Monday, August 29, 2011

Big Government (in absolute terms)

Executive Summary: Some of my friends think that absolute budget size, not budget/GDP ratio, is what determines "size of government", and that the problem with big government is graft.  I think this is wrong, and has bad consequences.

So last night I had a very interesting (overall... there were some boring stretches) chat about the nature of government.  One of the things that came up was the idea that the absolute size of the budget mattered more than the ratio of government spending to GDP or whatever.  I thought this idea was interesting, but wrong, and I guess I kind of want to think about why someone might reasonably believe that the absolute size of the government makes a big difference irrespective of the relative size of government.  I point this out because in previous discussions I've had about size of government the relevant factor cited has been share of GDP, not absolute spending.

It seems like the primary argument being presented was that the absolute dollar amount of the federal government, not the share of GDP, was the principle factor determining the ease of graft.  I think this is probably correct.  Slight reductions in very large numbers are just harder to detect than same size reductions in smaller numbers.  We know about this problem, it's called least noticeable difference, and in many cases the growth function is logarithmic, so proportionally larger changes are less detectable in larger datasets.  That would be a huge problem if we didn't have piles of technologies like "calculators" and "logarithmic graphs" and "accounting" in order to oversee these things.  As is, I just have trouble caring.  The government's finances are public knowledge.  If we want to check this stuff we can, and if it doesn't check out we can complain.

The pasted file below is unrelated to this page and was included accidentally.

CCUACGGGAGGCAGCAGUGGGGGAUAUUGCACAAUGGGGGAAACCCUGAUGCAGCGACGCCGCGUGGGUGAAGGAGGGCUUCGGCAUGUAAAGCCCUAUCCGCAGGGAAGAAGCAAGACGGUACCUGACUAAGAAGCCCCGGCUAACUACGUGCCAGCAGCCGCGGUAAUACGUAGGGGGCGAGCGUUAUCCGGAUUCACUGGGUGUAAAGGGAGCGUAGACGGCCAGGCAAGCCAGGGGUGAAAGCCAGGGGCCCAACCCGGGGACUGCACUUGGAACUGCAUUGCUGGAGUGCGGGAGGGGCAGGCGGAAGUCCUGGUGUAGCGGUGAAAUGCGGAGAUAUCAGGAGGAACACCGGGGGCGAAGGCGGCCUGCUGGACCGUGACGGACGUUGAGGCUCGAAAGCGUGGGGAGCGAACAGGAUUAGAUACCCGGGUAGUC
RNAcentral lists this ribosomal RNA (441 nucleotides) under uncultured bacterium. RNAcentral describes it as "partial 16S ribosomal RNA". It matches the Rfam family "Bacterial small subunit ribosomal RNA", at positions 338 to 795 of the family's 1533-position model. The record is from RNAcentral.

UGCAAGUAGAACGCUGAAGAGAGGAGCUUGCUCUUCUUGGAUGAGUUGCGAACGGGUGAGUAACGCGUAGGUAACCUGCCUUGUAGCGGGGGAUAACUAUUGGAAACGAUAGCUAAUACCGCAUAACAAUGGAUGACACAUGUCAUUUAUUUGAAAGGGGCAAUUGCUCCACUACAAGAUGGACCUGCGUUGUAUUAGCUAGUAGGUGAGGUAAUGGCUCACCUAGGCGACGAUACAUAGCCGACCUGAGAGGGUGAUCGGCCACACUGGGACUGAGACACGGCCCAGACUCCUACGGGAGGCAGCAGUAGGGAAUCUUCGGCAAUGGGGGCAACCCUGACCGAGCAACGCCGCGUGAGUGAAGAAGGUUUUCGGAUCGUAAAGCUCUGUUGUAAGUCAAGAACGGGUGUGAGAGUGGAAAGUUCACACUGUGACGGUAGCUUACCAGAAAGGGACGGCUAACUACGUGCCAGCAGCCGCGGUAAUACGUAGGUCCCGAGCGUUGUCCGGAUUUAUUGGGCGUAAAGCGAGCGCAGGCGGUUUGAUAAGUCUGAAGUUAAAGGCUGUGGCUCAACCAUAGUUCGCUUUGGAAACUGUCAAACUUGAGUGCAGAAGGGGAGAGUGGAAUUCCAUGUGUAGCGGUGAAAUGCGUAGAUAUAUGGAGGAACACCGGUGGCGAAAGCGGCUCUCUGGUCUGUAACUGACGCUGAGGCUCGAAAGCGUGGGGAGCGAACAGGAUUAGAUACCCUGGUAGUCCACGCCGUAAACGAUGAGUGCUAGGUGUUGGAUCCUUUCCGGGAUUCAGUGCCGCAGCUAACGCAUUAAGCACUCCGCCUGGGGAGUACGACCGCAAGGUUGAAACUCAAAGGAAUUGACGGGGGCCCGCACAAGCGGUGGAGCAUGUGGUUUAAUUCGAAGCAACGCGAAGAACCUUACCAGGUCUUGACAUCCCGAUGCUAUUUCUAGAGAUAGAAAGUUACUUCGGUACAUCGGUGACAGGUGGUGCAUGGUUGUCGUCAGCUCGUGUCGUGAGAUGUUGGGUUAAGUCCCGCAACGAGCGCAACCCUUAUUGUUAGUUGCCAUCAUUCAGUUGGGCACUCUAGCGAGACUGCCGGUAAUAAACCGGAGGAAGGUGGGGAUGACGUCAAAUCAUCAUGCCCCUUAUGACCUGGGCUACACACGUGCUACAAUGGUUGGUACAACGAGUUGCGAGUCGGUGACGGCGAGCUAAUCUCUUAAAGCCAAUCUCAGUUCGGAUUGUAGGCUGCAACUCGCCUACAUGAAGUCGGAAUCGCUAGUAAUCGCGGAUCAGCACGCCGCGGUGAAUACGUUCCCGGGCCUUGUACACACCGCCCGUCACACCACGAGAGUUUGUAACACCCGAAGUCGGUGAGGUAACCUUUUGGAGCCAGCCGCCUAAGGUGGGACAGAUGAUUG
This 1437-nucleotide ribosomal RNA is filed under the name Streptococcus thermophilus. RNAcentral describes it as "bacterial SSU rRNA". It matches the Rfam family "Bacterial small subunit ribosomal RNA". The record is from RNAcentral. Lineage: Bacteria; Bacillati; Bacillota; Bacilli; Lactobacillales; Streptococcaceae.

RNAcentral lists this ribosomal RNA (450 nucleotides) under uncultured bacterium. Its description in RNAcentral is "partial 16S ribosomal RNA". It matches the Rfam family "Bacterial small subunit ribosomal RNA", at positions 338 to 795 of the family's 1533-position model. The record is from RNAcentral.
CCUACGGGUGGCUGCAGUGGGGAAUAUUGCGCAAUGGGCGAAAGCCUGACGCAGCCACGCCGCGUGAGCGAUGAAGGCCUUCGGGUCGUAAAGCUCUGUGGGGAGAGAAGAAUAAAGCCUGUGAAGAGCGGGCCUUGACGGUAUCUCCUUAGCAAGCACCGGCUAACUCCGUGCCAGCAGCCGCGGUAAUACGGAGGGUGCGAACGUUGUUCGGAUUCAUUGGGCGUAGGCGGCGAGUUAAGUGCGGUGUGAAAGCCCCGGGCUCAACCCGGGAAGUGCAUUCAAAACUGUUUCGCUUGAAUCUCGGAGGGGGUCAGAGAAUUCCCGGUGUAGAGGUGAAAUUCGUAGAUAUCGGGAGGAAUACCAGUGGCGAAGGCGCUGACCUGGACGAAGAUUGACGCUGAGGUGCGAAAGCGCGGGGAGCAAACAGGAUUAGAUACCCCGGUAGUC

The other problem with this idea is that just by virtue of having a big country, we aren't allowed to have nice things.  If we just cared about share of government spending as a proportion of GDP, implementing single payer healthcare would be a no brainer.  Well, if you looked at the evidence it would be.  But, if you want to keep total government expenses beneath a certain dollar number, the possibility of any large scale program is greatly reduced.  That seems to me to be stupid and cruel.  We can't help our citizens as much as another country because we have more of them, even though we also have more money?  Color me unimpressed.

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